When you think of Scotland, you automatically think of rugged mountains; red and purple moss; lonely lochs; cobble beaches and possibly unpredictable
rainy weather. Now imagine all of that, packaged up, and put onto one Island: and you’ll have the Isle of Skye.
The Isle of Skye is Scotland’s biggest island, roughly 50 miles long. Apparently its name comes from the old Norse word – ‘sky-a’, meaning ‘cloud island’, which I think summarises the place quite nicely. Clouds, mist and fog hang over this pretty island, covering its most famous mountains, the Cuillen range, throughout most of the day. It has a dreamy feel to it and is nothing short of magical.
After the longest drive of my life (I know that anyone from America or Australia will think this isn’t a long journey) but 10 hours in a car, with a very excited dog, was pretty endless. Once we got to Skye, we also had no phone signal, the weather was rainy and blowing a gale, and there were some fairly tense conversations going on regarding directions. But once we made it to where we were staying, all was forgotten as this place was beautiful! A converted chapel, we had panoramic views over Loch Harport, complete with a bath tub overlooking the mountains and a sauna!
The next day we set about organising what we were going to do and decided to firstly visit the Quiraing. Our guide book described this as Skye’s ‘most remarkable scenery’ and it definitely didn’t disappoint. After a few thousand years of slipping cliffs and an ice age, the Quiraing is made up of huge jagged pinnacles, sunken lakes and rocky mountains. We spent three hours exploring the area (the dog was going insane with excitement) and it was breathtakingly beautiful. A definite must see for anyone visiting Skye.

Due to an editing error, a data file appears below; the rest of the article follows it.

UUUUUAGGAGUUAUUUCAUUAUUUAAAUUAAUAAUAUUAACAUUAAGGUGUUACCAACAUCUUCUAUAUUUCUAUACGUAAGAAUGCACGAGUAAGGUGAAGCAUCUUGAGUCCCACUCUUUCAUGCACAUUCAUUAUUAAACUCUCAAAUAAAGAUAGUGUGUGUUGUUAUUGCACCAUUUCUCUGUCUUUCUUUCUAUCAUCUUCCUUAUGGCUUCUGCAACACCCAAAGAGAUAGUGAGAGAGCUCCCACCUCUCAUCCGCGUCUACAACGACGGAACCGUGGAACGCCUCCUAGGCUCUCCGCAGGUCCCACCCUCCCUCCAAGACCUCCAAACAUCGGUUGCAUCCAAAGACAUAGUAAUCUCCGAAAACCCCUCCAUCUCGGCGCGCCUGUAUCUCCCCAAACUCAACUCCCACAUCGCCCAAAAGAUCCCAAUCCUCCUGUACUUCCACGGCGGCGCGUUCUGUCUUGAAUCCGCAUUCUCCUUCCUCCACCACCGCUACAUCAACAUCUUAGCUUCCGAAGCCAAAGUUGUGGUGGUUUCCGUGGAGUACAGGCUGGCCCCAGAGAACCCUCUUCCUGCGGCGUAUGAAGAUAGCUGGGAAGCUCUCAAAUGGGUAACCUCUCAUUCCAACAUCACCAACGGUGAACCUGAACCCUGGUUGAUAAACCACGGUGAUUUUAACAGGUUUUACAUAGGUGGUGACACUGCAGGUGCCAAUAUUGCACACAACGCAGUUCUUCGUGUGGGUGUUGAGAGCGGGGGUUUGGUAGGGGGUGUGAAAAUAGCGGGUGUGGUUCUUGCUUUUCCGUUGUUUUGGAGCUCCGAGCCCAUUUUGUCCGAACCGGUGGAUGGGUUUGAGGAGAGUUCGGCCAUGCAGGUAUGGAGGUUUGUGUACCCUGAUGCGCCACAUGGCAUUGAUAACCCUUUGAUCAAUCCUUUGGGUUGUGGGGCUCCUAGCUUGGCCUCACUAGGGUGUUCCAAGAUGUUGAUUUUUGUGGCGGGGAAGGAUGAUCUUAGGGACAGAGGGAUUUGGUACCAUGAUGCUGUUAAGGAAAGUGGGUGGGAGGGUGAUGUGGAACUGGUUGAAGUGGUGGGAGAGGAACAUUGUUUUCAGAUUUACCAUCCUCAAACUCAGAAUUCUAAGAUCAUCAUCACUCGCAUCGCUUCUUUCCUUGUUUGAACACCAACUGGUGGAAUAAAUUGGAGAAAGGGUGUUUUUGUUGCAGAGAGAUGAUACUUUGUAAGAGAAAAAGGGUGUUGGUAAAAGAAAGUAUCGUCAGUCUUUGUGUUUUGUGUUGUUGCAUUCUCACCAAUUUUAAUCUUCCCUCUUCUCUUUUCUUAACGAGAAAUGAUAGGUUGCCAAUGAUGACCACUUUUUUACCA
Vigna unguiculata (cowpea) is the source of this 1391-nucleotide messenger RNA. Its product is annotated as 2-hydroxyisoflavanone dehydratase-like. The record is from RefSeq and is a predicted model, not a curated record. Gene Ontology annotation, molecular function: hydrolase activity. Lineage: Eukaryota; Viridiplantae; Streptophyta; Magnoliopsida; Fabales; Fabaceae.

The afternoon we spent in a pub in Portree (don’t judge) in front of a big old fire, before heading back home for a sauna. Portree has a very pretty little harbour – one that commonly comes up on Instagram, but aside from that is quite quiet (aside from the local gaggle of elderly boozers!)
We were up bright and early the next morning for more adventures. The weather was amazing so I (Laura) thought I would nip out quickly to do some early morning photography. I saw a mossy hill and decided, for reasons unknown to me, that I should definitely climb it. However, what I thought was a mossy hill was some sort of bog – a really boggy bog. I sunk quite quickly to my shins and I won’t lie, thought I was about to meet my death on the hills of Skye. I went into panic mode within about 5 seconds and grabbed madly at the bush next to me. I might even have cried. After
10 minutes hours, I freed myself and trudged back home, soaking wet but trying to style it out as locals drove past. So a word of warning – don’t trust any soft looking hills in Skye.
After the near death experience, we then explored two places I was desperate to visit: Fairy Glen and the Fairy Pools. Just south of Uig, the Fairy Glen is a surreal place. It’s almost like a miniature Machu Picchu. Full of miniature hills, pinnacles, tumble down cottages, little trees, and small streams, it’s a little bit like someone took Skye’s landscape and shrunk it. It’s amazing! It reminded me of a film set from The Hobbit and we spent a good three hours there.
In full fairy swing, we then headed to the fairy pools, close to Carbost. Backing onto Skye’s enormous Cuillen mountain range, the fairy pools are the product of an enormous waterfall, which you can follow for an hour or so. Each pool is made up of crystal clear water and surrounded by purple moss and flowers. At the top, there are some bigger plunge pools, which you can swim in during the summer. Like all of Skye, it was beautiful!
This blog post will never do Skye justice. It’s an insanely beautiful place: quiet; peaceful; serene and other-wordly. Scattered with bizarre but beautiful landscape, pubs (we ate a LOT) and with the smell of wood smoke always in the air, Skye is now firmly in my top three destinations. It was well worth the never-ending drive there and even worth the dog throwing up on me after one bendy road too many.
So my advice? Get to Skye!